Mel B

It’s only a few weeks into the quiet season and already some bad dudes have raised the noise level and ire of lots of people in and out of the valley.

At the top of the list is the gut punch delivered by local real estate moguls (some would say pariahs) Andy and Nikos Hecht, who notified the owners of the local franchise of Paradise Bakery that their lease will be terminated in October 2021 after 40 years in the same location. It’s not because of any bad behavior or failure to agree to pay premium market-rate rent, but in order to facilitate the expansion of Loro Piana, a very high-end neighboring purveyor of Italian designer wares.

The Paradise ownership team offered to pay increased rent, but the Hechts never afforded them the opportunity to negotiate a lease extension.

To just about every local and visitor who’s weighed in so far, Paradise is a hell of a lot more than just a bakery. Over its long tenure as the centerpiece of what’s become known as Paradise Corner, the location has morphed into an iconic community-gathering spot where people of all walks and stages of life congregate as equals and relish the unique experience of that interaction, while enjoying all the delights served at Paradise.

During its long history at this location, Paradise has attracted like a magnet thousands of people, including multiple generations of families, who return each season for its delights, as well as the social interaction with other community members, visitors, and old and new friends.

From the volume of letters and comments already printed in the local press, the disbelief and outrage resulting from the Hechts’ decision is not likely to fade away anytime soon. Many in the community are still outraged and angered by several of the Hechts’ other questionable real estate and development transactions in the valley, as well as the legal controversies and criminal scandals they’ve been embroiled in over the years.

As crazy as it might be for us on the outside to understand, I assume the Hechts have some underlying business rationale for their decision. But from a community standpoint, I think that, with this move, any possibility of rehabilitating their professional and personal reputations is likely cooked once and for all.

Without Paradise at its current location, the area will quickly degrade from a vibrant community-gathering spot to a highly visible dead zone in the heart of Aspen catering to a few high-end shoppers — how sad.

As recently speculated, another attractive location in town is in consideration to become the new home to Paradise Bakery, and if all the stars align correctly, hopefully that new location will replicate the vitality and dynamic of Paradise Corner — keep your fingers crossed.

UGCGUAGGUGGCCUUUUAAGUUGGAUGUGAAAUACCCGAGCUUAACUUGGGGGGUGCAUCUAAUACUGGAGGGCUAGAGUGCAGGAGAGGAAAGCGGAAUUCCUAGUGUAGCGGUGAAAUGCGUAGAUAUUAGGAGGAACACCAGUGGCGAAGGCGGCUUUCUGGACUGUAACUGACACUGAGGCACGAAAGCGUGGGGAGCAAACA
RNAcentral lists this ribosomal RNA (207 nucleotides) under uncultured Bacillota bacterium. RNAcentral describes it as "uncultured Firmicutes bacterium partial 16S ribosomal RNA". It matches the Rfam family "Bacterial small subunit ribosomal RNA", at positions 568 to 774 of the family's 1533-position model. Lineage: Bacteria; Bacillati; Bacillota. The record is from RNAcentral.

The Hechts aren’t the only bad dudes in the valley. Remember SkiCo’s announcement a few months back terminating the lease of the longtime proprietors of Gwyn’s High Alpine at the end of next ski season, despite their desire to continue their unique, high-quality, mountain-food service operations?

Perhaps there’s something infectious in the air or water supply, or perhaps the big guys just like flexing their muscles because they can.

Speaking of dumb decisions, the geniuses who came up with the plan to tear up McLain Flats Road this summer should all be terminated and sent packing, particularly since there was a much less impactful alternative available. Without an alternative route into and out of Aspen during the summer season, I predict Highway 82 will become more gridlocked and a bigger nightmare than usual, with Snowmass Village becoming a detour route to avoid the jam-ups at Shale Bluffs and the airport.

And how about the Pitkin County geniuses who hired and allowed the rude and unfriendly curbside vehicle-security operations at the airport to continue throughout the entire winter season? The dysfunction that went on this past winter should have been addressed early on before everyone began arriving and departing and got their taste of the county’s inhospitable greeting.

And last, but not least, the new owners of the Snowmass Club recently sent out notice that current club members want the club to go back to its private roots and become much more exclusive — I assume that’s shorthand for keeping the local riff raff out.

To accomplish this, they plan to substantially increase the cost of club memberships and monthly dues, mesmerized as they must be by the fees charged at other private clubs in Aspen and downvalley.

I have a couple bits of friendly advice for the new owners. First, I know a lot of club members, and most of them are expressing a desire for better facilities but none for more exclusivity. Second, don’t hold your breath waiting for a long line of new members forming at the front door eager to pay the upscale initiation and membership fees you’ve been dreaming about.

The Snowmass Club isn’t likely to become the money maker that its new out-of-town controlling ownership group is hoping for without the ability to attract lots of new members willing to pay big bucks to hang out and play in the village, and building and selling lots of new high-end residential units on and surrounding the club property. None of which is in the stars for the Snowmass Club.

If I was in their shoes I’d go back to the drawing board on their business plan or scurry out of town as fast as they can, following the tracks of the previous owner.